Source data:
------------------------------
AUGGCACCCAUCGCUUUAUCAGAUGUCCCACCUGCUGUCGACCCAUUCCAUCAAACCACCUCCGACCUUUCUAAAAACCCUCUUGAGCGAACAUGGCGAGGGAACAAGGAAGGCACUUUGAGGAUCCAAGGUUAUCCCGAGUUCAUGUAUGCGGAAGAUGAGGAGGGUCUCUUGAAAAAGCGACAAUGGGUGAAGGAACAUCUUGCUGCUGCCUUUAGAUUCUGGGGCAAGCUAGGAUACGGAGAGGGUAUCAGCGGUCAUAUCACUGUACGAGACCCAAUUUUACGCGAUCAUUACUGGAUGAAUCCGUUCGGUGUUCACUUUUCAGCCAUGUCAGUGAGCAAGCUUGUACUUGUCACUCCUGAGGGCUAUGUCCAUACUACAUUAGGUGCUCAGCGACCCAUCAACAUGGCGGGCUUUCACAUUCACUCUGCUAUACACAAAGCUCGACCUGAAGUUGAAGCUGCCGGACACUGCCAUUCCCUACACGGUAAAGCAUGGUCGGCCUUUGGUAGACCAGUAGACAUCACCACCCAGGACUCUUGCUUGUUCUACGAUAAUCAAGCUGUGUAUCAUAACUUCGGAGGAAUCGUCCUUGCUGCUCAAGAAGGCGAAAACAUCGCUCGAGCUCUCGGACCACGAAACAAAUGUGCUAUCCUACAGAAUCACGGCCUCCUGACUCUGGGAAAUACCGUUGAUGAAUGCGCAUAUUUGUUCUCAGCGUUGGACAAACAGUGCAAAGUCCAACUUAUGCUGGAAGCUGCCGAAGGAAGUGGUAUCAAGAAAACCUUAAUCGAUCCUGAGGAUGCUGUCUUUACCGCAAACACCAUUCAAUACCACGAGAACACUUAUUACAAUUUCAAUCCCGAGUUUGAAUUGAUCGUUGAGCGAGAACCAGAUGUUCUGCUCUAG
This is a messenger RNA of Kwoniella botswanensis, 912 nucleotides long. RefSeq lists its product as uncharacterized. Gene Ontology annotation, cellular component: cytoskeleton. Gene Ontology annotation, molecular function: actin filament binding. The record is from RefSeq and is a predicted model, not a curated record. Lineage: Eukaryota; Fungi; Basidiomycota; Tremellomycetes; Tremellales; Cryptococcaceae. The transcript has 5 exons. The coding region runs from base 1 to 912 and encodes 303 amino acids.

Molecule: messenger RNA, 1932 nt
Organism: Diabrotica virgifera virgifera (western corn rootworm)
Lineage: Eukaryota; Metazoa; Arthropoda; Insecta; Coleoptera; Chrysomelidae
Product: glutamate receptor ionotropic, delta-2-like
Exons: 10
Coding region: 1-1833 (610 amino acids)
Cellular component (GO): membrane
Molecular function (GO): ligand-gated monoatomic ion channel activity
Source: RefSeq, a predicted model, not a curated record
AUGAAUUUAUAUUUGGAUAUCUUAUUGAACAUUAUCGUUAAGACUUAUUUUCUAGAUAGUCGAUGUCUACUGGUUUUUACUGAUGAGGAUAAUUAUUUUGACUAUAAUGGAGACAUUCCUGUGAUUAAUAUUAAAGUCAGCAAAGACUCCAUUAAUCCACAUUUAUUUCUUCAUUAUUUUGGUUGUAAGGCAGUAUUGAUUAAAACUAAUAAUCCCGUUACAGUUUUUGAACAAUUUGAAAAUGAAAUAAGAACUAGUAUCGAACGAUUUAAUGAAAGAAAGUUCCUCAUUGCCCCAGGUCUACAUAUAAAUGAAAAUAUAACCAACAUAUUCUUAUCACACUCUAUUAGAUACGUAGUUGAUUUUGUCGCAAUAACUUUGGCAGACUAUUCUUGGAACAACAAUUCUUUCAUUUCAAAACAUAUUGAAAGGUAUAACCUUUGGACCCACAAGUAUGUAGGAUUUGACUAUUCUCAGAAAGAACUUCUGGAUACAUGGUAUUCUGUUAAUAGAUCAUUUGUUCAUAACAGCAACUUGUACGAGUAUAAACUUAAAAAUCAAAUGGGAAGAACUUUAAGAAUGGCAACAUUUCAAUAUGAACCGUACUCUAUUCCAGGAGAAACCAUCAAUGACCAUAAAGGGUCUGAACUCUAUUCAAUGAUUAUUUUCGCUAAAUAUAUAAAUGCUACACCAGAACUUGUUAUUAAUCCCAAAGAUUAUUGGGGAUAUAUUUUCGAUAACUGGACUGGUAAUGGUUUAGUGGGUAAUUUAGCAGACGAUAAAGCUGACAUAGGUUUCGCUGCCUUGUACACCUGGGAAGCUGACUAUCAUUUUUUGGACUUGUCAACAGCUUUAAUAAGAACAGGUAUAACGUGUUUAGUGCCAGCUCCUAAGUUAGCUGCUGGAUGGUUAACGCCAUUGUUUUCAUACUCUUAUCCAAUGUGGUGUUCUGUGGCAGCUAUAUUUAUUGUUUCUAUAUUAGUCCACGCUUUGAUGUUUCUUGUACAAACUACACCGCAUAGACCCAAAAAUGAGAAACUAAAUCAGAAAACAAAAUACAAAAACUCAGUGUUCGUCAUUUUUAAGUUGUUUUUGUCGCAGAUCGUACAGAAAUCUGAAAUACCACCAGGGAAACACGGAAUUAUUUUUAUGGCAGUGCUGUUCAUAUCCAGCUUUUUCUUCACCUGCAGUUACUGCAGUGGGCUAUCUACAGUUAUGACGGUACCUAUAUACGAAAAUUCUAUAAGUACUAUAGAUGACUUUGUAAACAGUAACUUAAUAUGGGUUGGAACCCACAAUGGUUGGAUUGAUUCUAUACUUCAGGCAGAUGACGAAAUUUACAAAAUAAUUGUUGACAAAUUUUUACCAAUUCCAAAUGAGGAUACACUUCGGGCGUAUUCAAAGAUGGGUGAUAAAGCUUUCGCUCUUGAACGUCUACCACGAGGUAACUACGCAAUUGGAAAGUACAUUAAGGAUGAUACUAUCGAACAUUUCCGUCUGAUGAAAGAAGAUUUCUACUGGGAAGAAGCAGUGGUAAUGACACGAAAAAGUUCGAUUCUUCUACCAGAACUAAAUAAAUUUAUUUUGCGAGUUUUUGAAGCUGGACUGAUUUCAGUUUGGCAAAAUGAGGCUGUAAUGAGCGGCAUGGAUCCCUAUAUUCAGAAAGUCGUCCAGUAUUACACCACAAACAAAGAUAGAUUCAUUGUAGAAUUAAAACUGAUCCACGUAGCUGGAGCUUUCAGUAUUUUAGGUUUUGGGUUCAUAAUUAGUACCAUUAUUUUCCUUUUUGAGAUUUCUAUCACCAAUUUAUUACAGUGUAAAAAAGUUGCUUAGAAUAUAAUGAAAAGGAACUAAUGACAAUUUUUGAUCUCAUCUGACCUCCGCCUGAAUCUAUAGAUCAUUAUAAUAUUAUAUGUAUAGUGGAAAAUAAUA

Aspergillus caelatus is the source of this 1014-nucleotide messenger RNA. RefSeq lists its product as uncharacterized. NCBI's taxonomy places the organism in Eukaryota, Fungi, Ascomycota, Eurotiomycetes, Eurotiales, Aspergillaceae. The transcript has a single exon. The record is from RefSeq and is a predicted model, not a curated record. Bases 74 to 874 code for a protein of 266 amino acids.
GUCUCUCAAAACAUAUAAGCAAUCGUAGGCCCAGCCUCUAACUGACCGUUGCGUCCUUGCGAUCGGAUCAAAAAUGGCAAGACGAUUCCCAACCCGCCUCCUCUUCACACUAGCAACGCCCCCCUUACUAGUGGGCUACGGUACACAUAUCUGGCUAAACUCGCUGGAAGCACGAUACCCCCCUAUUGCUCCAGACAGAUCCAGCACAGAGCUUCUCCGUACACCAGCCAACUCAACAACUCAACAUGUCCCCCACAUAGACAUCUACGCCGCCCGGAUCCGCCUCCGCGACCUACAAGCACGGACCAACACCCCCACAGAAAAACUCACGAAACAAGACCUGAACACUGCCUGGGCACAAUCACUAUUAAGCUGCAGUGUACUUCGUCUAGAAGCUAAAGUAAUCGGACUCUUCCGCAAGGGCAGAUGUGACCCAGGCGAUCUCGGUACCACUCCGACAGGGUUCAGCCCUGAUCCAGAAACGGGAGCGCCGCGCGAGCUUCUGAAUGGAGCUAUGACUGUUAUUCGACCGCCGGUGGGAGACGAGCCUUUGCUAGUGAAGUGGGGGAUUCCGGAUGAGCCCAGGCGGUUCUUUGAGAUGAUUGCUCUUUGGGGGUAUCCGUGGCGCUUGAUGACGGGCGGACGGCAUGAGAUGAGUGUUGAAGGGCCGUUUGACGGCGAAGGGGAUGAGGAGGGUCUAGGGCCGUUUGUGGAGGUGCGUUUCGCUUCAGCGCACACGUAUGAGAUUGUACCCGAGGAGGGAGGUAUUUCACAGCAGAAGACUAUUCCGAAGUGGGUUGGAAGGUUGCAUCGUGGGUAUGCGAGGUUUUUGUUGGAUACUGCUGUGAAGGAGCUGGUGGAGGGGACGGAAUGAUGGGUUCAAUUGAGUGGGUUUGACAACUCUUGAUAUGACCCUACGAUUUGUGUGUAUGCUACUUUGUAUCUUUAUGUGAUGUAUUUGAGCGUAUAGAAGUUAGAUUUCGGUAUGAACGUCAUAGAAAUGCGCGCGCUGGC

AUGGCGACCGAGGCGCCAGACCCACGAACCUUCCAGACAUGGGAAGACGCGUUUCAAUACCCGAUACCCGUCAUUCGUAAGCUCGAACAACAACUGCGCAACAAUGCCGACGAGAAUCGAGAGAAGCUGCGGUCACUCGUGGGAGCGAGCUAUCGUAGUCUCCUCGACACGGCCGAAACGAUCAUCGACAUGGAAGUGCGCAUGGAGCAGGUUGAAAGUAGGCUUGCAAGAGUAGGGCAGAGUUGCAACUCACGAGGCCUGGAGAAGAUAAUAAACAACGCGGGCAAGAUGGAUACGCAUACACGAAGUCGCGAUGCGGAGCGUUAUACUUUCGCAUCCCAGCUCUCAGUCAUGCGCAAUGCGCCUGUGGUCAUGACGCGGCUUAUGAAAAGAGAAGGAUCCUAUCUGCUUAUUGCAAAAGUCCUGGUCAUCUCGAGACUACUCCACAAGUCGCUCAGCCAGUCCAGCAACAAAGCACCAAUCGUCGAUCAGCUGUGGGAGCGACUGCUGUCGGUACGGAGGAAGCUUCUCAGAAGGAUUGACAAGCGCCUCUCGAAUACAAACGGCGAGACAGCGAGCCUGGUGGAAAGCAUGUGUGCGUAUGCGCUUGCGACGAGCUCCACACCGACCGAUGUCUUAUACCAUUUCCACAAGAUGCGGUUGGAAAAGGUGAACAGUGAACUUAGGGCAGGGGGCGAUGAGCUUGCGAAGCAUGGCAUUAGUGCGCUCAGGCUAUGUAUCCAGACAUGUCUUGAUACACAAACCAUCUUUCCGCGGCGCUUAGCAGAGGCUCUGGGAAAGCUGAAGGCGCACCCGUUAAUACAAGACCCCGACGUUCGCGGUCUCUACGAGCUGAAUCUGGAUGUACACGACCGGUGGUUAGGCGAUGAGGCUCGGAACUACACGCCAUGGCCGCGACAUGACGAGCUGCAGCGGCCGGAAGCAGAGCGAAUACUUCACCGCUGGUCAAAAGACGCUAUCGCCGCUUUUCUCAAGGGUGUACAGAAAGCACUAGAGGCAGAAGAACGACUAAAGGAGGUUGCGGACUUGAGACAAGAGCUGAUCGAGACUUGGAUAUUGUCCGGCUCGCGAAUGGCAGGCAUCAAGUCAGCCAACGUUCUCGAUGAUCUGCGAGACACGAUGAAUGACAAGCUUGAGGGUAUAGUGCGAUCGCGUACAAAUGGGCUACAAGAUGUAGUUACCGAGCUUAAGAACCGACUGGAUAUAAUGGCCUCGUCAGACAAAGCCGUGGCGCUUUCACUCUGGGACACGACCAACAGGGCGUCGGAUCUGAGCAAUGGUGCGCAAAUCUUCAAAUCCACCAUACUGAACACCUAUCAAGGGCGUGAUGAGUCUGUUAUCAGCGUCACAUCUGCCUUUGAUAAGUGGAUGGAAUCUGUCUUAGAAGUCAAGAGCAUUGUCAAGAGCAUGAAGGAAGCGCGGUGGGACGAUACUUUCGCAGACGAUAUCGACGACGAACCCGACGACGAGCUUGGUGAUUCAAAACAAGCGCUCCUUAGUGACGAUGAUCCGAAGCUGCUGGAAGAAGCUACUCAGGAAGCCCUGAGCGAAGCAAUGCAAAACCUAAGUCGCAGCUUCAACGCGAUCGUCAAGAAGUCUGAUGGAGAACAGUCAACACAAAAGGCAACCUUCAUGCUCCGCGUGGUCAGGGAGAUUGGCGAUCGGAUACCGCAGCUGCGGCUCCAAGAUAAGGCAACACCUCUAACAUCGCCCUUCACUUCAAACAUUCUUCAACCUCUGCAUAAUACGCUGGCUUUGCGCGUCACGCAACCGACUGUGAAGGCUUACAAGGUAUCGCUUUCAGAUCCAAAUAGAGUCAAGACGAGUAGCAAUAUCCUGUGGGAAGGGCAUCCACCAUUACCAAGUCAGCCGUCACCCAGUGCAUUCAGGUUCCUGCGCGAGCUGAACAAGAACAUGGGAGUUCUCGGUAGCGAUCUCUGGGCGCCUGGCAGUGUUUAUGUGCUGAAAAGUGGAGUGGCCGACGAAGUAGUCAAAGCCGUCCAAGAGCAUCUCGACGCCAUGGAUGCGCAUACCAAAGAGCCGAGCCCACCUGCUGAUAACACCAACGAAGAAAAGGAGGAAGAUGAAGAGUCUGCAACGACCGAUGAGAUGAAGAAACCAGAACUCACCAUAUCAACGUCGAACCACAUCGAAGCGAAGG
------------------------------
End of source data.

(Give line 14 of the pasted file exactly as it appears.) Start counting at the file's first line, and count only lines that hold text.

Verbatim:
GUCUCUCAAAACAUAUAAGCAAUCGUAGGCCCAGCCUCUAACUGACCGUUGCGUCCUUGCGAUCGGAUCAAAAAUGGCAAGACGAUUCCCAACCCGCCUCCUCUUCACACUAGCAACGCCCCCCUUACUAGUGGGCUACGGUACACAUAUCUGGCUAAACUCGCUGGAAGCACGAUACCCCCCUAUUGCUCCAGACAGAUCCAGCACAGAGCUUCUCCGUACACCAGCCAACUCAACAACUCAACAUGUCCCCCACAUAGACAUCUACGCCGCCCGGAUCCGCCUCCGCGACCUACAAGCACGGACCAACACCCCCACAGAAAAACUCACGAAACAAGACCUGAACACUGCCUGGGCACAAUCACUAUUAAGCUGCAGUGUACUUCGUCUAGAAGCUAAAGUAAUCGGACUCUUCCGCAAGGGCAGAUGUGACCCAGGCGAUCUCGGUACCACUCCGACAGGGUUCAGCCCUGAUCCAGAAACGGGAGCGCCGCGCGAGCUUCUGAAUGGAGCUAUGACUGUUAUUCGACCGCCGGUGGGAGACGAGCCUUUGCUAGUGAAGUGGGGGAUUCCGGAUGAGCCCAGGCGGUUCUUUGAGAUGAUUGCUCUUUGGGGGUAUCCGUGGCGCUUGAUGACGGGCGGACGGCAUGAGAUGAGUGUUGAAGGGCCGUUUGACGGCGAAGGGGAUGAGGAGGGUCUAGGGCCGUUUGUGGAGGUGCGUUUCGCUUCAGCGCACACGUAUGAGAUUGUACCCGAGGAGGGAGGUAUUUCACAGCAGAAGACUAUUCCGAAGUGGGUUGGAAGGUUGCAUCGUGGGUAUGCGAGGUUUUUGUUGGAUACUGCUGUGAAGGAGCUGGUGGAGGGGACGGAAUGAUGGGUUCAAUUGAGUGGGUUUGACAACUCUUGAUAUGACCCUACGAUUUGUGUGUAUGCUACUUUGUAUCUUUAUGUGAUGUAUUUGAGCGUAUAGAAGUUAGAUUUCGGUAUGAACGUCAUAGAAAUGCGCGCGCUGGC